In the last few years, we have noticed tremendous improvement in the implementation of PPP or BOT (build-operate-transfer) schemes in power generation, particularly captive power projects. Again, for roads—the first sector where PPP really took off—the performance has turned out to be good. Now, we are experimenting with other projects. Considering that best practices of the private sector as well as the administrative strength of the public sector will be brought into play, I am pretty sure that infrastructure projects of a PPP variety will do well.
There are certain types of schemes that lend themselves to better implementation through partnerships, whereas some are best done through the departmental mechanism. That's because, by their very character, the departments are best tailored to implement them. For example, schemes for health, midday meals, mother-and-child development go through better if implemented by the departments. Many NGOs have come forward to partner in some of these schemes, but on a limited scale. So, while infrastructure partnerships with the private sector are doing very well, most of the social sector schemes through the government departments are doing better.
But NGOs do well only in the dissemination of information, not in direct implementation. By and large, NGOs have done well. At the same time, you cannot say they are the panacea for everything—just as privatisation is not the panacea to attain efficiency. Much depends on the people who run the NGOs. For example, NGOs working in the field of micro-finance and environment have done extremely well. A lot also depends on the determination and conviction of the people who are running the NGO. It is the same as the people who are heading government departments or PSUs.
Certainly, the government needs to upgrade its administrative machinery. It has to be more proactive and ensure that funds reach their object, and its own managers reach out to people rather than sit in their offices and hope they will approach them. Quite often, inhibitions prevent people from coming forward. It is in schemes for education, particularly higher education, where the private sector partnership is doing better. I have not seen too many partnerships in the social development sector. But I know there are agencies that are working as watchdogs or exercising vigilance on the schemes being implemented, and those are certainly doing very well.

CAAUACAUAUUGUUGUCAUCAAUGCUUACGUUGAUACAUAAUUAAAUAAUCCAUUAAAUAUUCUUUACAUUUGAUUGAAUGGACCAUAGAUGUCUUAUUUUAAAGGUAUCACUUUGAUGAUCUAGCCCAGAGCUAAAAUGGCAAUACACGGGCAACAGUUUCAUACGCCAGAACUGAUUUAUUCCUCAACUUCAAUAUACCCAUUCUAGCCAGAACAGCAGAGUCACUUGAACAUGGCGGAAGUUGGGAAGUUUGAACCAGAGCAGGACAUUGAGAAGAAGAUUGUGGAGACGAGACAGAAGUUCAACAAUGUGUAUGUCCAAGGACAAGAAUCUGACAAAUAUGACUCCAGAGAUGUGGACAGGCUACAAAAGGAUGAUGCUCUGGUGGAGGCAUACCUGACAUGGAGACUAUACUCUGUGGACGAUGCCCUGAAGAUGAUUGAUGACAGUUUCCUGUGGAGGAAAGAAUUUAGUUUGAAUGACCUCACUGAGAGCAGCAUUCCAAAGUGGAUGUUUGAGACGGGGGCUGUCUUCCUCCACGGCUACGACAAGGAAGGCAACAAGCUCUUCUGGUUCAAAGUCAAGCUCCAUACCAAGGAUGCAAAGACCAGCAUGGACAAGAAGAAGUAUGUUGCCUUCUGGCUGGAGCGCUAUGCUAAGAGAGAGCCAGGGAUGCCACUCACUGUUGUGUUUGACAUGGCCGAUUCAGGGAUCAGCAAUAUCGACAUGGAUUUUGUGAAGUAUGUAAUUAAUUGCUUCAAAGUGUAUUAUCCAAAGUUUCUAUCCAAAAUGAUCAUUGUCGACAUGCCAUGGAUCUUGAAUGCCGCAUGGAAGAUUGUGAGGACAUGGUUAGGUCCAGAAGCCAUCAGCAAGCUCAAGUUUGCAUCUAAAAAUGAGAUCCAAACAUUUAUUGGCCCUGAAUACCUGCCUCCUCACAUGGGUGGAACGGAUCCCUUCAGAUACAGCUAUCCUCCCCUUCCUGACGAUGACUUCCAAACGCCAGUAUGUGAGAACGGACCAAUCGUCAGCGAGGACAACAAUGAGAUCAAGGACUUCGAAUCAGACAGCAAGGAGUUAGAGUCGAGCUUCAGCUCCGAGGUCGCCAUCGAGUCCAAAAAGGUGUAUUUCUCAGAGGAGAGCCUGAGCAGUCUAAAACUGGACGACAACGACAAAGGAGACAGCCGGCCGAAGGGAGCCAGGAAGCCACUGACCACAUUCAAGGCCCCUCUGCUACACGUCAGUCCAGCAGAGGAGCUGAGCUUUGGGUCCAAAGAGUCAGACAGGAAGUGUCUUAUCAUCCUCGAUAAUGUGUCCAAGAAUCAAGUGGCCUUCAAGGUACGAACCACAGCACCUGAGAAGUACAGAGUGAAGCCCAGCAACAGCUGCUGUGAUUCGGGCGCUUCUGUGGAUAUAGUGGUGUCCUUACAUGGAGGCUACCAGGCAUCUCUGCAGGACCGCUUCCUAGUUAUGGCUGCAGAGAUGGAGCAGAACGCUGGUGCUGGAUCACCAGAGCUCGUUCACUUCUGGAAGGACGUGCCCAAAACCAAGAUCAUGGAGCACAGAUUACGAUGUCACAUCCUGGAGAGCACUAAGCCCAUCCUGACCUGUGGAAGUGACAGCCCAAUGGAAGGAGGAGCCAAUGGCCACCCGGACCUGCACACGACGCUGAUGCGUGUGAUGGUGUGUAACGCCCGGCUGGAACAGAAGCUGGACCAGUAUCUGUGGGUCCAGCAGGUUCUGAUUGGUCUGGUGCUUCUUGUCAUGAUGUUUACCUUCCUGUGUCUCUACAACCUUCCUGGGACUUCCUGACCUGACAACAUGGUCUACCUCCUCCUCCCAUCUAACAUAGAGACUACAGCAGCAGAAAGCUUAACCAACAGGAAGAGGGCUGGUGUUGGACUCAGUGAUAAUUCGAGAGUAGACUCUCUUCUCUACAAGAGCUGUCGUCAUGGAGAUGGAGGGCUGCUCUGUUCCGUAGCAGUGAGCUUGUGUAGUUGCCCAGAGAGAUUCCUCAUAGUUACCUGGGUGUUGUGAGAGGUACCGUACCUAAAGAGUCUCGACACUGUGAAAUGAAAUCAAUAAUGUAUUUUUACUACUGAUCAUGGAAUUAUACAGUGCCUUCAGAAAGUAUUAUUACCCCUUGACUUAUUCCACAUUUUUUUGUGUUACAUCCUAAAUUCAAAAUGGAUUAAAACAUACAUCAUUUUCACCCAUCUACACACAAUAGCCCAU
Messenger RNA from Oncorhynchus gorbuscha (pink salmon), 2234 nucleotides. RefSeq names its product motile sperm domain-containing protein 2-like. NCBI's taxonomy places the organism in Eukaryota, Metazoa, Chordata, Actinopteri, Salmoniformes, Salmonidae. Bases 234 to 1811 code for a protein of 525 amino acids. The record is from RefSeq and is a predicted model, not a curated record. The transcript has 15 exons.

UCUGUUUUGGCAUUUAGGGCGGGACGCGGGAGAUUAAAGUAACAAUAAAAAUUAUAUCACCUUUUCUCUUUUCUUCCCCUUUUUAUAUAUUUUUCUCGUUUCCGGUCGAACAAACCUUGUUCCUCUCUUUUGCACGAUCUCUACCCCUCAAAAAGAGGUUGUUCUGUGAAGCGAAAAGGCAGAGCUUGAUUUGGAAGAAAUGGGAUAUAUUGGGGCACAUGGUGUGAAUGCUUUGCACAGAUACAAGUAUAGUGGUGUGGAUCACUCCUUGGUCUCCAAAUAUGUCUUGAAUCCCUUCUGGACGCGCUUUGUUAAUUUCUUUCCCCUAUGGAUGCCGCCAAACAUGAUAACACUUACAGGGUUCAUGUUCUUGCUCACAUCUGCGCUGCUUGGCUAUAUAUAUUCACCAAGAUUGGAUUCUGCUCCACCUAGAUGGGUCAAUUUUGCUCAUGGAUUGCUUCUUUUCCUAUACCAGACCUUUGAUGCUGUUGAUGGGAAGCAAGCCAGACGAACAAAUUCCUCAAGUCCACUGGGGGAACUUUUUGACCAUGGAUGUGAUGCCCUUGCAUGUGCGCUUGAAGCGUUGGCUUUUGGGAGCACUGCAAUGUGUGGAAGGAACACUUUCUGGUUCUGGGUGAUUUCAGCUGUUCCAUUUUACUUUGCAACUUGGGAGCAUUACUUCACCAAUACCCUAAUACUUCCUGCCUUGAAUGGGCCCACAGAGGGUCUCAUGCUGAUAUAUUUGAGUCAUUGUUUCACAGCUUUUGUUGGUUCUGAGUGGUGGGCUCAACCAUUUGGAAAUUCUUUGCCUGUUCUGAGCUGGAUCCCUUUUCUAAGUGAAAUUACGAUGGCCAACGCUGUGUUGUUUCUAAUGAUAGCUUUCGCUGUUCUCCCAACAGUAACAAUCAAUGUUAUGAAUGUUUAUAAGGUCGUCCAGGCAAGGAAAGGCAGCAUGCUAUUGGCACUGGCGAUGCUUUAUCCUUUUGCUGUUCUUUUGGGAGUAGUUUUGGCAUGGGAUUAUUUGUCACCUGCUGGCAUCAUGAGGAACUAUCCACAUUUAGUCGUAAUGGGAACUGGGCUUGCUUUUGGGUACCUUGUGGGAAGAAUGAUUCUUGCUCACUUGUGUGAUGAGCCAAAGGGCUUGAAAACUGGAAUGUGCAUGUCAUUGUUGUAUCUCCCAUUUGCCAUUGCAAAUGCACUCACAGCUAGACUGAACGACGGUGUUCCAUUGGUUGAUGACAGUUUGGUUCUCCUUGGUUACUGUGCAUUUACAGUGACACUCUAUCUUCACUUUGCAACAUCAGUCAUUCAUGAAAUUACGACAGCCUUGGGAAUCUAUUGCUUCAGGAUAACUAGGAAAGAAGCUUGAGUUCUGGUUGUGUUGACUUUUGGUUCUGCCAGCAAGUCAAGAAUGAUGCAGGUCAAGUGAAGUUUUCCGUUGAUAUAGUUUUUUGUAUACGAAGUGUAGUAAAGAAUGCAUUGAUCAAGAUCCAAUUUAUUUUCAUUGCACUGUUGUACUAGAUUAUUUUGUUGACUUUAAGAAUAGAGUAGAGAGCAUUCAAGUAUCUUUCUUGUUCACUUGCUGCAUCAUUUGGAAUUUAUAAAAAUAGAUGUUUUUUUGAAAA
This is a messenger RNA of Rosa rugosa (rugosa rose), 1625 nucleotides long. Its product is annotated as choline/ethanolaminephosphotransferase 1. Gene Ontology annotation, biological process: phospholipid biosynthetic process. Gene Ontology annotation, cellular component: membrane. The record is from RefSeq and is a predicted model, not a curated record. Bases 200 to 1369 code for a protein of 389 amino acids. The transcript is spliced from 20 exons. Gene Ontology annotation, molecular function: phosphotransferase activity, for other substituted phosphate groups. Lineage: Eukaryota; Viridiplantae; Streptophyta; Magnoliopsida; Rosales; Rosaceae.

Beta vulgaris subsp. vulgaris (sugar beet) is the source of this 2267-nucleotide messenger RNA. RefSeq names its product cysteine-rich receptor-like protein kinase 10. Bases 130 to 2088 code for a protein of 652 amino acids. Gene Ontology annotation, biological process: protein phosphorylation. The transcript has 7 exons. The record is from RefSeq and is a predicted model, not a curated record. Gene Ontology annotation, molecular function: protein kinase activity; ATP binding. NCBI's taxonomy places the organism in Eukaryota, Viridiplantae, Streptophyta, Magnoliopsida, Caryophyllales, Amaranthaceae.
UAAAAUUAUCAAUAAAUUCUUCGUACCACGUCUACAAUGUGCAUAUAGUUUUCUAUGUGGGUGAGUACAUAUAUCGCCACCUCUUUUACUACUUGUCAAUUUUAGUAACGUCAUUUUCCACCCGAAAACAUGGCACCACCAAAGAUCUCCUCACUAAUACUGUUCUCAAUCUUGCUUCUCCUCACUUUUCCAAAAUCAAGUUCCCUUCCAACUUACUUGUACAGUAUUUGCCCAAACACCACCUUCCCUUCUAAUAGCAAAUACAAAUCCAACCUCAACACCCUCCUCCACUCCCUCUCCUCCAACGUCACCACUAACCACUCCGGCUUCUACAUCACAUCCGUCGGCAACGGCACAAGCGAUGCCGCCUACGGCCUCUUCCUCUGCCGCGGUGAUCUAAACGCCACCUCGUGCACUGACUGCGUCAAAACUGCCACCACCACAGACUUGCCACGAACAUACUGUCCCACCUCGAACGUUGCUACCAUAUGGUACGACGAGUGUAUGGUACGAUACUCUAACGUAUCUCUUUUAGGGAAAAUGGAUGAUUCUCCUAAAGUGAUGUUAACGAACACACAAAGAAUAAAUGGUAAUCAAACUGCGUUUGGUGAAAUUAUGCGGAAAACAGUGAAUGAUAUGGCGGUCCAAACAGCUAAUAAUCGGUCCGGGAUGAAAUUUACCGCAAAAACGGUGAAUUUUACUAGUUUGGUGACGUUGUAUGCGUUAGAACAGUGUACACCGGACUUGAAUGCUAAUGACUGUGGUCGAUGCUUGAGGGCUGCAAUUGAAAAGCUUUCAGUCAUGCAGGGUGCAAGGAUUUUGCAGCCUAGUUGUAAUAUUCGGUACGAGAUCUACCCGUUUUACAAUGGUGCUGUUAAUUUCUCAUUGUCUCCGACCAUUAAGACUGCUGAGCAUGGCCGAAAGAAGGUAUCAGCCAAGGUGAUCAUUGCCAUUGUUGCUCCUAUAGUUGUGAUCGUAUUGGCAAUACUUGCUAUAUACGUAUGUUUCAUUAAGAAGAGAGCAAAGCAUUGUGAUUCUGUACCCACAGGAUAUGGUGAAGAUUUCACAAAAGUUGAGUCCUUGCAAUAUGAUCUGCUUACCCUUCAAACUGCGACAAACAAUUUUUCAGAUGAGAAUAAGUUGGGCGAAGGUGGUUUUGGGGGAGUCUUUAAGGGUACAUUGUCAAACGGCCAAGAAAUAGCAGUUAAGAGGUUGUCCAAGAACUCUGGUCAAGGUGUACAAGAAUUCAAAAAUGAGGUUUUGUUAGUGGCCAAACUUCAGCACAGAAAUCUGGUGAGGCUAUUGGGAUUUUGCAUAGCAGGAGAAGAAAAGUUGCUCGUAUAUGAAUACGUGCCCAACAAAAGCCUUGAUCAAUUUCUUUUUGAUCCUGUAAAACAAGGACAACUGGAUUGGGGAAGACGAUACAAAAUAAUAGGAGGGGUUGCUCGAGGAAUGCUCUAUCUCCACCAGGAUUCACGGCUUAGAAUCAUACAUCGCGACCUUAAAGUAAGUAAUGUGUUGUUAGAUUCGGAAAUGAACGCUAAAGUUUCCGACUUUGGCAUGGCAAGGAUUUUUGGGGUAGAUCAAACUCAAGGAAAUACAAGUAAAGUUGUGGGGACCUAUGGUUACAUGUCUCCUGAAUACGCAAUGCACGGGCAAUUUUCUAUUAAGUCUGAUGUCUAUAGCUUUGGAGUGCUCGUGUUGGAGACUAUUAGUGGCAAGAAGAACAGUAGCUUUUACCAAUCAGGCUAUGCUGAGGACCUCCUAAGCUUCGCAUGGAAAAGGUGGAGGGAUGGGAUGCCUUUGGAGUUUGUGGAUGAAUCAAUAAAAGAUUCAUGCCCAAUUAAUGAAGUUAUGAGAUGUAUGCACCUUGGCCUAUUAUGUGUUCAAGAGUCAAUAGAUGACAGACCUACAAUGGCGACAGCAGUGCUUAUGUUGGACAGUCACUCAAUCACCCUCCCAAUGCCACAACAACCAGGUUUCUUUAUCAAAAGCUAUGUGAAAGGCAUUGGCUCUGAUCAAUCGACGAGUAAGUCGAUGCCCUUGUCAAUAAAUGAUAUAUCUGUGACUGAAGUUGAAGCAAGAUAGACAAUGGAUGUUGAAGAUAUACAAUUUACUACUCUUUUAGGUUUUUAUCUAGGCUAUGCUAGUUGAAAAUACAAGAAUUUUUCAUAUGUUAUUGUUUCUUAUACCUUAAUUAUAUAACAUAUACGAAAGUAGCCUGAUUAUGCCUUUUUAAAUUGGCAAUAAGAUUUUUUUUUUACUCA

I am not sure about the extent of leakages, but am certain the sum reaching the public is not in the realm of 5-15 per cent—it is much, much more. I am not putting a figure to it; I don't think anybody can accurately do so. Different schemes have different amounts that reach the beneficiaries. What is leakage? It does not imply amount being siphoned off; it means the administrative cost of implementing a scheme. Leakage should be acceptable, definitely less than 20 per cent.
That's because a lot of schemes are implemented through existing machinery. Which means at the state level you have the rural development department; at the field level there is a collector; at the block level there is a BDO and at the village level there is a gram panchayat officer. So an existing hierarchy and administrative machinery is there, and the money has to pass through that. There may be schemes like NREGA, where the amounts involved are so large that you just about have to create a parallel hierarchy. Therefore, the amount involved for implementation of the scheme will be more. You can't have a ballpark figure. In the case of rural and inaccessible areas, the administrative cost is always higher and understandably so.
Internationally, the CAG's role is a constitutional one. It is based on straitjacketed outputting procedures—we go by both the records and on-the-ground study of projects. The departments always take the CAG reports seriously, as there is an element of accountability involved. But how much of value these reports give on the table depends entirely on the department's initiative. If they decide to get defensive, they will stonewall the report. The CAG has no powers of ensuring implementation. But if the department has an open and positive mind, they can incorporate the recommendations—to that extent, it will be helping itself in upgrading the standard of governance.
As told to Lola Nayar
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